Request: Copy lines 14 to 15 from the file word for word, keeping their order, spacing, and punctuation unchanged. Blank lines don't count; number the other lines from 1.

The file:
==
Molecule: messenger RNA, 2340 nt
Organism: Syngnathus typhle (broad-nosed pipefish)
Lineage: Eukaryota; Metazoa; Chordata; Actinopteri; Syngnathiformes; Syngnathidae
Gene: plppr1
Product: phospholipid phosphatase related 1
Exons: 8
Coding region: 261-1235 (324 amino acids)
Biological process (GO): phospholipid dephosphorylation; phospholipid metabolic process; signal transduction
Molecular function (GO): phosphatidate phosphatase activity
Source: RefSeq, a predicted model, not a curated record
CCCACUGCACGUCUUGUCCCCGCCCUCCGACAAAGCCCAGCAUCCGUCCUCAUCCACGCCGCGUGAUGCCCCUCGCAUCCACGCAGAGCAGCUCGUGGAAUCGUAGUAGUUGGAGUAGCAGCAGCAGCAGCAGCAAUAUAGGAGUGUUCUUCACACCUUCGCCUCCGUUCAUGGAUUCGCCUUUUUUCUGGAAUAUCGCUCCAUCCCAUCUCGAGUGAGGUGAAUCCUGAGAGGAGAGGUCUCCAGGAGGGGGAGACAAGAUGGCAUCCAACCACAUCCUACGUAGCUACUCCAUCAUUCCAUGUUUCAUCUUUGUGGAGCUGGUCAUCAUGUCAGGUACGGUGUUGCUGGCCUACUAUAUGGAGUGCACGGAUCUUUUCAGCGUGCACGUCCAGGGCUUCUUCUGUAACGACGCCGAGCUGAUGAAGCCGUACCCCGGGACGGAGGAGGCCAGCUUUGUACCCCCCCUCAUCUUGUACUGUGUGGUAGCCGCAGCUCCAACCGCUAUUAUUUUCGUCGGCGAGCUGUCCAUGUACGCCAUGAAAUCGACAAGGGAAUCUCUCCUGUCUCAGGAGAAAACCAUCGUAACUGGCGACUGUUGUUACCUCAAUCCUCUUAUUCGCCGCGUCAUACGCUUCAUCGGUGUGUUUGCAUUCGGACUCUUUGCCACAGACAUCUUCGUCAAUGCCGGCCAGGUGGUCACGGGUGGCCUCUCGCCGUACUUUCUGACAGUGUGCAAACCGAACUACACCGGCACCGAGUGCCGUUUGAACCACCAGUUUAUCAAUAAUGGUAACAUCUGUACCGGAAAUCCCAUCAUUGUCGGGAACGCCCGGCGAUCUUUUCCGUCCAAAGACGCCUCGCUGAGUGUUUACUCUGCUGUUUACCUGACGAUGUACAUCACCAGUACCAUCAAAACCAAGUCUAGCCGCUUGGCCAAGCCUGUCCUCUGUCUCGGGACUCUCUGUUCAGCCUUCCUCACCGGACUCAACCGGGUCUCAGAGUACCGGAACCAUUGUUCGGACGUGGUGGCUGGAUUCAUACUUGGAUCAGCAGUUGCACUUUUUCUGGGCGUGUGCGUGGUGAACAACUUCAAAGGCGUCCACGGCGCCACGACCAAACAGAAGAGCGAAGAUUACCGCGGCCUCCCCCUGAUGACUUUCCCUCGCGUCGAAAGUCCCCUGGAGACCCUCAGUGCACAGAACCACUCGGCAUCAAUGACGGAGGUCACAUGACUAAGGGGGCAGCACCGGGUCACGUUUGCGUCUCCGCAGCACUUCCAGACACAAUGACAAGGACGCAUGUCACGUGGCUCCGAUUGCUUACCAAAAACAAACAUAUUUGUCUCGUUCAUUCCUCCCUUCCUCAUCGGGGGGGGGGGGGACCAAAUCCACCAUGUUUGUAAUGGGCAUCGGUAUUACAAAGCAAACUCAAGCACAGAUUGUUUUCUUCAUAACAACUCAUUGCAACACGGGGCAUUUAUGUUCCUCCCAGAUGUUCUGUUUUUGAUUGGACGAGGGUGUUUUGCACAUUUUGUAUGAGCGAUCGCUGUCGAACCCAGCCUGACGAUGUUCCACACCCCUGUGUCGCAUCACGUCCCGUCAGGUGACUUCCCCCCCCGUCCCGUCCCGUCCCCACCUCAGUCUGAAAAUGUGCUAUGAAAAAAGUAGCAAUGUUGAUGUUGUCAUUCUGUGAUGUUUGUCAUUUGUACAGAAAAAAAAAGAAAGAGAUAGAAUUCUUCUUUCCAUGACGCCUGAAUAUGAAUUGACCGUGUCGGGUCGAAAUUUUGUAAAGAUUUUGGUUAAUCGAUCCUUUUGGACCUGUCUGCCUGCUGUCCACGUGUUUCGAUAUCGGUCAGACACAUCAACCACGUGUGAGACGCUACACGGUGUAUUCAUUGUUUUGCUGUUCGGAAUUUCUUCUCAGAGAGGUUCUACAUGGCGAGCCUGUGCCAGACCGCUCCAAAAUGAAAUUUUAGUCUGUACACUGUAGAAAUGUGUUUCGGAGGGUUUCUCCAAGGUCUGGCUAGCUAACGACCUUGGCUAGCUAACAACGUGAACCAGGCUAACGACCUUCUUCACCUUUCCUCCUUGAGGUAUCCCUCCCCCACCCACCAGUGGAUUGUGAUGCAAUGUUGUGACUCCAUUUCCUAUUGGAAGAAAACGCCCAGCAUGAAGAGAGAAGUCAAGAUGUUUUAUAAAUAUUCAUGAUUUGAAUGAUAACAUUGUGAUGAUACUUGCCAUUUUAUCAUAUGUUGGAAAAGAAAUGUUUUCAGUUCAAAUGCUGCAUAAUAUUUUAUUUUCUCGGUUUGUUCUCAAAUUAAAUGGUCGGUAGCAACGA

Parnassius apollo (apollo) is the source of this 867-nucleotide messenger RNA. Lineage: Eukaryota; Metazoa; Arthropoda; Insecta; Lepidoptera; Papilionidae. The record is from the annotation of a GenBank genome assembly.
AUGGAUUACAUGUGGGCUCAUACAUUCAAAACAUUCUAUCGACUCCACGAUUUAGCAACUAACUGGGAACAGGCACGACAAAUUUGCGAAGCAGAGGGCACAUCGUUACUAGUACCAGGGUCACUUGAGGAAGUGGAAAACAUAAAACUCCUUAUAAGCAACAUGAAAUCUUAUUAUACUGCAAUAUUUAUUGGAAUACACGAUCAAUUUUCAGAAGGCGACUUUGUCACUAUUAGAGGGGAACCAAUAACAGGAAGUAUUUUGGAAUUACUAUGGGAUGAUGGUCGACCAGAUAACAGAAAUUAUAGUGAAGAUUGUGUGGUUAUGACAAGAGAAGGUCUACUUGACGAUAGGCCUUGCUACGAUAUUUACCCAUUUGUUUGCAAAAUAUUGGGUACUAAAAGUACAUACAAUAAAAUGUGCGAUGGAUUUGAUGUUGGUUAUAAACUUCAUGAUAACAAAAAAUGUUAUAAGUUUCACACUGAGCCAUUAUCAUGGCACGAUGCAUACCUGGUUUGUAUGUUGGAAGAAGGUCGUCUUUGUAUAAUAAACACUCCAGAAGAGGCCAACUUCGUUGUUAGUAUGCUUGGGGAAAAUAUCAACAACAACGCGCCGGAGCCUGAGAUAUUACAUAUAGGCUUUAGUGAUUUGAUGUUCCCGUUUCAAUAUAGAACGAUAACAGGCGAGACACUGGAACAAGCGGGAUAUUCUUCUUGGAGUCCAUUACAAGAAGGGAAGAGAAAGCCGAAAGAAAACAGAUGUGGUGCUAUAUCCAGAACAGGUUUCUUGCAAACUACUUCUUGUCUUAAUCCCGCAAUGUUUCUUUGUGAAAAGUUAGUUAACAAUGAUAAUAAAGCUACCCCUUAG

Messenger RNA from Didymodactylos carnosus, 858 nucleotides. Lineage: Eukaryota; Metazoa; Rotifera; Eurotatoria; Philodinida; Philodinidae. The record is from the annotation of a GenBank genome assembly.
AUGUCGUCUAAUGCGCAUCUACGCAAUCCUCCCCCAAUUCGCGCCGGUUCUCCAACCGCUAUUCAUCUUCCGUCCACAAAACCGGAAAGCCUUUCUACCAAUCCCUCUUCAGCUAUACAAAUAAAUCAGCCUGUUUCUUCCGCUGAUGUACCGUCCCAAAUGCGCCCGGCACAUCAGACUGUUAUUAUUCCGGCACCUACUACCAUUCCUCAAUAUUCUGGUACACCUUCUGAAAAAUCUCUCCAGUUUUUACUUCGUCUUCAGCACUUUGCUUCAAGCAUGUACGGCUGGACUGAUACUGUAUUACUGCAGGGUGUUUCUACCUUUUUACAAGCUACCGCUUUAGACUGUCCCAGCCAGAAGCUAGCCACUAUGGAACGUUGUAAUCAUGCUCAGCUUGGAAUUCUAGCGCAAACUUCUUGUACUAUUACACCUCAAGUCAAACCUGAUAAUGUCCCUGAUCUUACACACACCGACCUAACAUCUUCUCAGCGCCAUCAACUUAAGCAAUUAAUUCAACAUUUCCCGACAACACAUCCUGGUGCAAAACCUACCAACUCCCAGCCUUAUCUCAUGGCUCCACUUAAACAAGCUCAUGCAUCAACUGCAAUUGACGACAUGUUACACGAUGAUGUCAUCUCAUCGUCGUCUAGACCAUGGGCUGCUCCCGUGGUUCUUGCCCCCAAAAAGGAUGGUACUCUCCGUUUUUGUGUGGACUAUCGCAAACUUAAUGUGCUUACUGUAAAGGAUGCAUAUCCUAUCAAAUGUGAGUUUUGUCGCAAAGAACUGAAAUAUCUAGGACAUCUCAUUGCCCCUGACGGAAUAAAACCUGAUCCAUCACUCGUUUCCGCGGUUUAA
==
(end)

Messenger RNA from Didymodactylos carnosus, 858 nucleotides. Lineage: Eukaryota; Metazoa; Rotifera; Eurotatoria; Philodinida; Philodinidae. The record is from the annotation of a GenBank genome assembly.
AUGUCGUCUAAUGCGCAUCUACGCAAUCCUCCCCCAAUUCGCGCCGGUUCUCCAACCGCUAUUCAUCUUCCGUCCACAAAACCGGAAAGCCUUUCUACCAAUCCCUCUUCAGCUAUACAAAUAAAUCAGCCUGUUUCUUCCGCUGAUGUACCGUCCCAAAUGCGCCCGGCACAUCAGACUGUUAUUAUUCCGGCACCUACUACCAUUCCUCAAUAUUCUGGUACACCUUCUGAAAAAUCUCUCCAGUUUUUACUUCGUCUUCAGCACUUUGCUUCAAGCAUGUACGGCUGGACUGAUACUGUAUUACUGCAGGGUGUUUCUACCUUUUUACAAGCUACCGCUUUAGACUGUCCCAGCCAGAAGCUAGCCACUAUGGAACGUUGUAAUCAUGCUCAGCUUGGAAUUCUAGCGCAAACUUCUUGUACUAUUACACCUCAAGUCAAACCUGAUAAUGUCCCUGAUCUUACACACACCGACCUAACAUCUUCUCAGCGCCAUCAACUUAAGCAAUUAAUUCAACAUUUCCCGACAACACAUCCUGGUGCAAAACCUACCAACUCCCAGCCUUAUCUCAUGGCUCCACUUAAACAAGCUCAUGCAUCAACUGCAAUUGACGACAUGUUACACGAUGAUGUCAUCUCAUCGUCGUCUAGACCAUGGGCUGCUCCCGUGGUUCUUGCCCCCAAAAAGGAUGGUACUCUCCGUUUUUGUGUGGACUAUCGCAAACUUAAUGUGCUUACUGUAAAGGAUGCAUAUCCUAUCAAAUGUGAGUUUUGUCGCAAAGAACUGAAAUAUCUAGGACAUCUCAUUGCCCCUGACGGAAUAAAACCUGAUCCAUCACUCGUUUCCGCGGUUUAA